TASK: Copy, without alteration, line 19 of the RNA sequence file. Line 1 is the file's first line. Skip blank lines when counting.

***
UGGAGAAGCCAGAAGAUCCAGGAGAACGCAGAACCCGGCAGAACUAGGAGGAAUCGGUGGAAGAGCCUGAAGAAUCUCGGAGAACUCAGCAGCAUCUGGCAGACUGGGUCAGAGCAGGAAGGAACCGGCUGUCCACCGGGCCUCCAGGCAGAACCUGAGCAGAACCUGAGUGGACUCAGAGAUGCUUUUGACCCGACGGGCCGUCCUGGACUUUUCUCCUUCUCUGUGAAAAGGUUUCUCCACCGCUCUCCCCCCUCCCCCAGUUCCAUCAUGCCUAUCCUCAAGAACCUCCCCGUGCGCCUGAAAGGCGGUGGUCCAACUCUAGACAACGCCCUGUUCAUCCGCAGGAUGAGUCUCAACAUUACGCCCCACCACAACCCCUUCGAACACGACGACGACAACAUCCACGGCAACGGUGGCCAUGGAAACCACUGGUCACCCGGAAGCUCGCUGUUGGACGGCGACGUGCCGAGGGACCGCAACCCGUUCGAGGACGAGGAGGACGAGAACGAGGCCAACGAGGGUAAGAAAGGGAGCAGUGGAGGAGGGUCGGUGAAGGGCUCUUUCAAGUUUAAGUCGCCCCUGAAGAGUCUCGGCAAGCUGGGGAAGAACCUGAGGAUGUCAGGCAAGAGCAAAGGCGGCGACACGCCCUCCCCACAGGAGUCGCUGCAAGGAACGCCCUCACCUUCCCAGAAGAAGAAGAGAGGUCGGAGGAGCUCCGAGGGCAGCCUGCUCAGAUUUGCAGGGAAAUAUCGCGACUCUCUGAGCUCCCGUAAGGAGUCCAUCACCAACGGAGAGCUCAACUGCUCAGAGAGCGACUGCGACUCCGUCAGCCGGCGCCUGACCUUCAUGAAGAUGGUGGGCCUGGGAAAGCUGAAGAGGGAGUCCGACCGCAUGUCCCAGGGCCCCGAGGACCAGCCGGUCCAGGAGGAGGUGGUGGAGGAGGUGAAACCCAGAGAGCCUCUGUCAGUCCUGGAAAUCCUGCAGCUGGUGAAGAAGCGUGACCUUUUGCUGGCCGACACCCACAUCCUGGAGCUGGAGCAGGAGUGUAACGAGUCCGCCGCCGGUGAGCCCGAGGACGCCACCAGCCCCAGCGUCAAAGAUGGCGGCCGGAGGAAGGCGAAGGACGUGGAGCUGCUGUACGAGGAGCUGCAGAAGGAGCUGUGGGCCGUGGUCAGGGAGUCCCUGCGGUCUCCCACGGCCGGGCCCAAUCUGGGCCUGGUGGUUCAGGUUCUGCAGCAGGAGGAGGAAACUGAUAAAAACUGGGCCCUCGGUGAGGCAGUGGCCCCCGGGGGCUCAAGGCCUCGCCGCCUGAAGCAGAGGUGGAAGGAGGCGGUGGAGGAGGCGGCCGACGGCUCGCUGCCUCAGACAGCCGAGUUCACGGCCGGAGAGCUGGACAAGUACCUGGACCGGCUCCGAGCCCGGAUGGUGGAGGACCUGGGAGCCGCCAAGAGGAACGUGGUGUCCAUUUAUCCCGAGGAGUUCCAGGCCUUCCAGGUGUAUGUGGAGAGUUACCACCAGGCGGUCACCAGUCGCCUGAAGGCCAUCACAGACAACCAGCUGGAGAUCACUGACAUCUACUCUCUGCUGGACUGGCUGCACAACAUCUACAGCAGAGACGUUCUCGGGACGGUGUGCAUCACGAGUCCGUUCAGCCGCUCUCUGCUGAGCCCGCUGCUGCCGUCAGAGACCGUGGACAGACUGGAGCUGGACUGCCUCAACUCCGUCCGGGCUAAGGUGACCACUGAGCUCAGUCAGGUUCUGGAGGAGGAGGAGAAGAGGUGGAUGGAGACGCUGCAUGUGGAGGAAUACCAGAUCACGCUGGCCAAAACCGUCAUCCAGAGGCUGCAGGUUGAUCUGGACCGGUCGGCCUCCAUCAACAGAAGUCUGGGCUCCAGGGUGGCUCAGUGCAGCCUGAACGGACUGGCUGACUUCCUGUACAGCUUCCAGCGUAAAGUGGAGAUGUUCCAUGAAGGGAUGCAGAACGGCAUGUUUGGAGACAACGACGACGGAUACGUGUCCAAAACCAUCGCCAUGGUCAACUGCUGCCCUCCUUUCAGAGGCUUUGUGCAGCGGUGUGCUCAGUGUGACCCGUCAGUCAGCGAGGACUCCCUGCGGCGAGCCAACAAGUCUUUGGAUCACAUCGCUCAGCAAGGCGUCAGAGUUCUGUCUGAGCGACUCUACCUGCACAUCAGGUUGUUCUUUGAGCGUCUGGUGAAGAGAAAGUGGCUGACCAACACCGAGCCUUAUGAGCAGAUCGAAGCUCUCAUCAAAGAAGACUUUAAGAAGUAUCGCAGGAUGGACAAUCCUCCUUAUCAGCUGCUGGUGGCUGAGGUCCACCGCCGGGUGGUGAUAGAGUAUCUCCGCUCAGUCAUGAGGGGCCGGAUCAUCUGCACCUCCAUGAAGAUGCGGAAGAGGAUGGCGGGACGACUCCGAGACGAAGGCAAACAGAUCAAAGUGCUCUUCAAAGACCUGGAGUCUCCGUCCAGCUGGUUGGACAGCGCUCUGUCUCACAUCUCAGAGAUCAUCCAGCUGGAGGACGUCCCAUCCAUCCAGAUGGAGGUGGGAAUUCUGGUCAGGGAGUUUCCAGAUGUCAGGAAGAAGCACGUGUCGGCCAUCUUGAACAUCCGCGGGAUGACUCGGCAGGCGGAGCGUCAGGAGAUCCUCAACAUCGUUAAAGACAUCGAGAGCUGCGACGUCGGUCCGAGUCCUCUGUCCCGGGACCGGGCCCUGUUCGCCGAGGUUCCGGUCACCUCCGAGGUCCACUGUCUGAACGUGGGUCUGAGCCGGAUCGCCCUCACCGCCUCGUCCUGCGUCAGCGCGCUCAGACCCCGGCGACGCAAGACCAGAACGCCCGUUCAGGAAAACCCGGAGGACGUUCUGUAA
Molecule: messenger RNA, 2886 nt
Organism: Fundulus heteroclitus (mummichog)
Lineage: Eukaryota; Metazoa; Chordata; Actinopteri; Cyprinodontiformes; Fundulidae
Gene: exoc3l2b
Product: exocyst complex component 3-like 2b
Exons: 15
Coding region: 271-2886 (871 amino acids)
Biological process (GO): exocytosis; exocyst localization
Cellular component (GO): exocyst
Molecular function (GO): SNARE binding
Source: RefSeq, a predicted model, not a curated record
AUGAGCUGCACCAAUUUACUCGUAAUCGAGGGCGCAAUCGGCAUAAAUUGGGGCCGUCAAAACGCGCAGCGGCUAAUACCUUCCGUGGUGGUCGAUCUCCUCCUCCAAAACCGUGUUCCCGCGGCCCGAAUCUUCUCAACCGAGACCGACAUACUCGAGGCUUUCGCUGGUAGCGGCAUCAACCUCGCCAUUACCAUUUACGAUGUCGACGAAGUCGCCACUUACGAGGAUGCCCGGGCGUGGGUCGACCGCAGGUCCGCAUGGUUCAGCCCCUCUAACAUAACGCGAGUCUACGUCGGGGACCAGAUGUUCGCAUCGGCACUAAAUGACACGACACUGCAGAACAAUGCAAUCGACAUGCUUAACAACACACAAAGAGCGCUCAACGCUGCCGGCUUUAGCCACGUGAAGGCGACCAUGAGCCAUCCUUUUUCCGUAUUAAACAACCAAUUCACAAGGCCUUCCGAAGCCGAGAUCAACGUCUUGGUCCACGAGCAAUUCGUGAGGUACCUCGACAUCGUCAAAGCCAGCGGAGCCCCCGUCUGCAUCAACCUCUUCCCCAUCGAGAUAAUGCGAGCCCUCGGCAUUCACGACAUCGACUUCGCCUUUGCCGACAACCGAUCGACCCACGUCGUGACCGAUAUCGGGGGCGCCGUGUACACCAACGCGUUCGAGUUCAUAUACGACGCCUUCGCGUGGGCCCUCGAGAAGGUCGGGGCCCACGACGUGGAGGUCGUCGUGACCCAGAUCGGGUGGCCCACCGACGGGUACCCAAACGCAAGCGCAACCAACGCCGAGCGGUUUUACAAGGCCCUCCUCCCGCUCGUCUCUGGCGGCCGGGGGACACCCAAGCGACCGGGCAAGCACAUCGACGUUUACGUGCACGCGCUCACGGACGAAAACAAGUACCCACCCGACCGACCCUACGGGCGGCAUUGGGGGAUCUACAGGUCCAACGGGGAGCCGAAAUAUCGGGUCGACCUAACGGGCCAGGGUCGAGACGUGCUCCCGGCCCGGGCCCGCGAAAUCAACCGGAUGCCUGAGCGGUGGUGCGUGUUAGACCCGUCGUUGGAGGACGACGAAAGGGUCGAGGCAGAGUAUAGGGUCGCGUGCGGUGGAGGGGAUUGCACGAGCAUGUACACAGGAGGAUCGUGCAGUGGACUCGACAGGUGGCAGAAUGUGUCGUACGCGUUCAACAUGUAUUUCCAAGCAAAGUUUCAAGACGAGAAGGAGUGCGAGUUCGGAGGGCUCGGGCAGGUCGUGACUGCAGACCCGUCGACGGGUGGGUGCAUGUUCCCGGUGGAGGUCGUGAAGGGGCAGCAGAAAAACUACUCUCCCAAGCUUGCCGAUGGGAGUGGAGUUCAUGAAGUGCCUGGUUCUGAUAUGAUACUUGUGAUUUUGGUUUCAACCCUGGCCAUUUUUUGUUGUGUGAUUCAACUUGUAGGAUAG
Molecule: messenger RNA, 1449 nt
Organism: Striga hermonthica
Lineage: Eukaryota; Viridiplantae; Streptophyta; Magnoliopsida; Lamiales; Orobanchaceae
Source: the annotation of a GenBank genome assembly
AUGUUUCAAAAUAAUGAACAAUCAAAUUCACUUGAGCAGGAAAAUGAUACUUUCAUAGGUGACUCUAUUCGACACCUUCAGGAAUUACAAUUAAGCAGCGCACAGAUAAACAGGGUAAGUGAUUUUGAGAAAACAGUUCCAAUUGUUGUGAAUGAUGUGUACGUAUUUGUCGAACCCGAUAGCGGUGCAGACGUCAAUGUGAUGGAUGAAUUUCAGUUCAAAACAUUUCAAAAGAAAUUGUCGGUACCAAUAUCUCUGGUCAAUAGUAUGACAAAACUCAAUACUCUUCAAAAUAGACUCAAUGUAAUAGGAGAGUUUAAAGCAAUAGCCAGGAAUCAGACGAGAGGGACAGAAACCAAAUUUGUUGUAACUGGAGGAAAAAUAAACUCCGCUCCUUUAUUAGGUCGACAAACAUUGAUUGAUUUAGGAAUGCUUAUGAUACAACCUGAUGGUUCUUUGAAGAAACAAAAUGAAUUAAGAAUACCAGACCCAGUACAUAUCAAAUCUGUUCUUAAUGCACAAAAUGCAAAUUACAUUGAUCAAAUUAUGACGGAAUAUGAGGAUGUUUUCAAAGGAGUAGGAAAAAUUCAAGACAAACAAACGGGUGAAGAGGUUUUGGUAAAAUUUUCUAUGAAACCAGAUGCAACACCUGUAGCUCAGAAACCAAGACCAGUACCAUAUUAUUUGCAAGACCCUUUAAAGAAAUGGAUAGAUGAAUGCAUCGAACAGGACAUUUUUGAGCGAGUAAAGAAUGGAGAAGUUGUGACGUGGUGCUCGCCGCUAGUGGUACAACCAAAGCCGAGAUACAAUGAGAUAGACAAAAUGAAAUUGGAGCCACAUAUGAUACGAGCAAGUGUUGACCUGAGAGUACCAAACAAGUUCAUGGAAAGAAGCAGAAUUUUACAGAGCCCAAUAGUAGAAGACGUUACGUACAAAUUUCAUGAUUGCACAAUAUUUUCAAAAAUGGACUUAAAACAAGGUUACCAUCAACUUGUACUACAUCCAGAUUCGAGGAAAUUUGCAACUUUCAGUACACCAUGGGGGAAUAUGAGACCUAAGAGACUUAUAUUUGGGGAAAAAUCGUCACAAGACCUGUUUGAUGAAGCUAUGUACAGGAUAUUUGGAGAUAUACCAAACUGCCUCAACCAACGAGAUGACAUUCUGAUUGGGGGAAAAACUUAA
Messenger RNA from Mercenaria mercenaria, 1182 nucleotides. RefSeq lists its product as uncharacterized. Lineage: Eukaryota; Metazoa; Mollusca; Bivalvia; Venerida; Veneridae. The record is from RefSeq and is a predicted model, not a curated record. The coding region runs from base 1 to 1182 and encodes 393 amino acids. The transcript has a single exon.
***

Messenger RNA from Mercenaria mercenaria, 1182 nucleotides. RefSeq lists its product as uncharacterized. Lineage: Eukaryota; Metazoa; Mollusca; Bivalvia; Venerida; Veneridae. The record is from RefSeq and is a predicted model, not a curated record. The coding region runs from base 1 to 1182 and encodes 393 amino acids. The transcript has a single exon.